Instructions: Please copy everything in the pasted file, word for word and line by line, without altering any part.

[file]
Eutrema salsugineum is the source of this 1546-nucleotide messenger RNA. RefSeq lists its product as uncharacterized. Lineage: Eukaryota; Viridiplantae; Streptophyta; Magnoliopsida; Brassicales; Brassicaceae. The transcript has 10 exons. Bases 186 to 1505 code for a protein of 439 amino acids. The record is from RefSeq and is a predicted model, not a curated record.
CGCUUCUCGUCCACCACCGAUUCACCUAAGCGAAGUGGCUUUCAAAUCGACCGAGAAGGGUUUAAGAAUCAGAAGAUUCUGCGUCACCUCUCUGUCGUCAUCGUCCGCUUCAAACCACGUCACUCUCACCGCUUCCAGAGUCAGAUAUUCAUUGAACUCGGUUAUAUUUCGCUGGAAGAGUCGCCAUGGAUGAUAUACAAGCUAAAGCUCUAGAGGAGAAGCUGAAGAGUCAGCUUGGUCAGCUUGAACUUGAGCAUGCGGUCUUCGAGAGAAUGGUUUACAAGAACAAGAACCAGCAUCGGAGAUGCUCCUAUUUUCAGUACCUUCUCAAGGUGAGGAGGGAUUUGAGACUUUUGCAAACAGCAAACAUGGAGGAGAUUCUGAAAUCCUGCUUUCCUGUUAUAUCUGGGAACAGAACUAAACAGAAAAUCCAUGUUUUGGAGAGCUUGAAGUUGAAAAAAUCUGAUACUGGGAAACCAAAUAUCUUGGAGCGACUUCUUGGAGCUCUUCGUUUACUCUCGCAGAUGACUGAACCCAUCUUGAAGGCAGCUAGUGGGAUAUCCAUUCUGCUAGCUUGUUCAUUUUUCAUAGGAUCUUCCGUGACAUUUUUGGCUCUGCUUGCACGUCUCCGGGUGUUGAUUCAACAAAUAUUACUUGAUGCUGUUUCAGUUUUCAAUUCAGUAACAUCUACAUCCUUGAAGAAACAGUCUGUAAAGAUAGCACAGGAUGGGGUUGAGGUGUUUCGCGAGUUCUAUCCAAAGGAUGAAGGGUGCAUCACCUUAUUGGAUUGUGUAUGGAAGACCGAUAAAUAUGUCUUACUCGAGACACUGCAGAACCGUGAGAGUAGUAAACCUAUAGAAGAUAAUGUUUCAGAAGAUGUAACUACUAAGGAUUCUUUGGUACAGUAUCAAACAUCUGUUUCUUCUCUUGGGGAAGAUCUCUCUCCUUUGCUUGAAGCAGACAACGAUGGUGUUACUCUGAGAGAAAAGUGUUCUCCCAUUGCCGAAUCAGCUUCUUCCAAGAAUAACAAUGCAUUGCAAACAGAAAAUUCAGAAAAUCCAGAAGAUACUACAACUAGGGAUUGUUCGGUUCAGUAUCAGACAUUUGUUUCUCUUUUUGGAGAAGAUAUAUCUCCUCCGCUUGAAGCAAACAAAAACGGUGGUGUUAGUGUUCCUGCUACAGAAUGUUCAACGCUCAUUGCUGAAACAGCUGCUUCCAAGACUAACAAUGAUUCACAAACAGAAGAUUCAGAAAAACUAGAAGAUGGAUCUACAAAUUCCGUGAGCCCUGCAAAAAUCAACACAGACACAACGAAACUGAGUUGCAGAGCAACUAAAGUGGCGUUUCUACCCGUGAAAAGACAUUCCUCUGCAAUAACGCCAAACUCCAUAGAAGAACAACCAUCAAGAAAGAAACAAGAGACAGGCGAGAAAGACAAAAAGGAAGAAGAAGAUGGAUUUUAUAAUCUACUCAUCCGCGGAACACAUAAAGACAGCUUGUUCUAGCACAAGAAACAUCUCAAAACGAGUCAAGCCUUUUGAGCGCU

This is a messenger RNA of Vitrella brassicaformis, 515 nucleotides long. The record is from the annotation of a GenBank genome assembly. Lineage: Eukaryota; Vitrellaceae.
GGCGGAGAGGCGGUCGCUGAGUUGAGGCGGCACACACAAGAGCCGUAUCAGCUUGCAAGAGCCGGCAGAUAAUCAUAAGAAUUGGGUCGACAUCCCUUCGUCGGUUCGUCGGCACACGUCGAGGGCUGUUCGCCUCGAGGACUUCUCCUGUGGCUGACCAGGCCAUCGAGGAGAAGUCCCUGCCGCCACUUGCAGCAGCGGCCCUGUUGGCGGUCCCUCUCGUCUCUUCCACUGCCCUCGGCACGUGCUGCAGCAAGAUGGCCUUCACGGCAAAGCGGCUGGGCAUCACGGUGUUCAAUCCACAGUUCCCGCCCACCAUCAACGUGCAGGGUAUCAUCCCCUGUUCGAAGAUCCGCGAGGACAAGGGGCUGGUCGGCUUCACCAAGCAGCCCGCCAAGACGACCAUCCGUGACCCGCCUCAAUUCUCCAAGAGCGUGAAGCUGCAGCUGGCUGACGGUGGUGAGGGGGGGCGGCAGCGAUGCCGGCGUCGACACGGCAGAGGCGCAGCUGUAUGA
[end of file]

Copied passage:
Eutrema salsugineum is the source of this 1546-nucleotide messenger RNA. RefSeq lists its product as uncharacterized. Lineage: Eukaryota; Viridiplantae; Streptophyta; Magnoliopsida; Brassicales; Brassicaceae. The transcript has 10 exons. Bases 186 to 1505 code for a protein of 439 amino acids. The record is from RefSeq and is a predicted model, not a curated record.
CGCUUCUCGUCCACCACCGAUUCACCUAAGCGAAGUGGCUUUCAAAUCGACCGAGAAGGGUUUAAGAAUCAGAAGAUUCUGCGUCACCUCUCUGUCGUCAUCGUCCGCUUCAAACCACGUCACUCUCACCGCUUCCAGAGUCAGAUAUUCAUUGAACUCGGUUAUAUUUCGCUGGAAGAGUCGCCAUGGAUGAUAUACAAGCUAAAGCUCUAGAGGAGAAGCUGAAGAGUCAGCUUGGUCAGCUUGAACUUGAGCAUGCGGUCUUCGAGAGAAUGGUUUACAAGAACAAGAACCAGCAUCGGAGAUGCUCCUAUUUUCAGUACCUUCUCAAGGUGAGGAGGGAUUUGAGACUUUUGCAAACAGCAAACAUGGAGGAGAUUCUGAAAUCCUGCUUUCCUGUUAUAUCUGGGAACAGAACUAAACAGAAAAUCCAUGUUUUGGAGAGCUUGAAGUUGAAAAAAUCUGAUACUGGGAAACCAAAUAUCUUGGAGCGACUUCUUGGAGCUCUUCGUUUACUCUCGCAGAUGACUGAACCCAUCUUGAAGGCAGCUAGUGGGAUAUCCAUUCUGCUAGCUUGUUCAUUUUUCAUAGGAUCUUCCGUGACAUUUUUGGCUCUGCUUGCACGUCUCCGGGUGUUGAUUCAACAAAUAUUACUUGAUGCUGUUUCAGUUUUCAAUUCAGUAACAUCUACAUCCUUGAAGAAACAGUCUGUAAAGAUAGCACAGGAUGGGGUUGAGGUGUUUCGCGAGUUCUAUCCAAAGGAUGAAGGGUGCAUCACCUUAUUGGAUUGUGUAUGGAAGACCGAUAAAUAUGUCUUACUCGAGACACUGCAGAACCGUGAGAGUAGUAAACCUAUAGAAGAUAAUGUUUCAGAAGAUGUAACUACUAAGGAUUCUUUGGUACAGUAUCAAACAUCUGUUUCUUCUCUUGGGGAAGAUCUCUCUCCUUUGCUUGAAGCAGACAACGAUGGUGUUACUCUGAGAGAAAAGUGUUCUCCCAUUGCCGAAUCAGCUUCUUCCAAGAAUAACAAUGCAUUGCAAACAGAAAAUUCAGAAAAUCCAGAAGAUACUACAACUAGGGAUUGUUCGGUUCAGUAUCAGACAUUUGUUUCUCUUUUUGGAGAAGAUAUAUCUCCUCCGCUUGAAGCAAACAAAAACGGUGGUGUUAGUGUUCCUGCUACAGAAUGUUCAACGCUCAUUGCUGAAACAGCUGCUUCCAAGACUAACAAUGAUUCACAAACAGAAGAUUCAGAAAAACUAGAAGAUGGAUCUACAAAUUCCGUGAGCCCUGCAAAAAUCAACACAGACACAACGAAACUGAGUUGCAGAGCAACUAAAGUGGCGUUUCUACCCGUGAAAAGACAUUCCUCUGCAAUAACGCCAAACUCCAUAGAAGAACAACCAUCAAGAAAGAAACAAGAGACAGGCGAGAAAGACAAAAAGGAAGAAGAAGAUGGAUUUUAUAAUCUACUCAUCCGCGGAACACAUAAAGACAGCUUGUUCUAGCACAAGAAACAUCUCAAAACGAGUCAAGCCUUUUGAGCGCU

This is a messenger RNA of Vitrella brassicaformis, 515 nucleotides long. The record is from the annotation of a GenBank genome assembly. Lineage: Eukaryota; Vitrellaceae.
GGCGGAGAGGCGGUCGCUGAGUUGAGGCGGCACACACAAGAGCCGUAUCAGCUUGCAAGAGCCGGCAGAUAAUCAUAAGAAUUGGGUCGACAUCCCUUCGUCGGUUCGUCGGCACACGUCGAGGGCUGUUCGCCUCGAGGACUUCUCCUGUGGCUGACCAGGCCAUCGAGGAGAAGUCCCUGCCGCCACUUGCAGCAGCGGCCCUGUUGGCGGUCCCUCUCGUCUCUUCCACUGCCCUCGGCACGUGCUGCAGCAAGAUGGCCUUCACGGCAAAGCGGCUGGGCAUCACGGUGUUCAAUCCACAGUUCCCGCCCACCAUCAACGUGCAGGGUAUCAUCCCCUGUUCGAAGAUCCGCGAGGACAAGGGGCUGGUCGGCUUCACCAAGCAGCCCGCCAAGACGACCAUCCGUGACCCGCCUCAAUUCUCCAAGAGCGUGAAGCUGCAGCUGGCUGACGGUGGUGAGGGGGGGCGGCAGCGAUGCCGGCGUCGACACGGCAGAGGCGCAGCUGUAUGA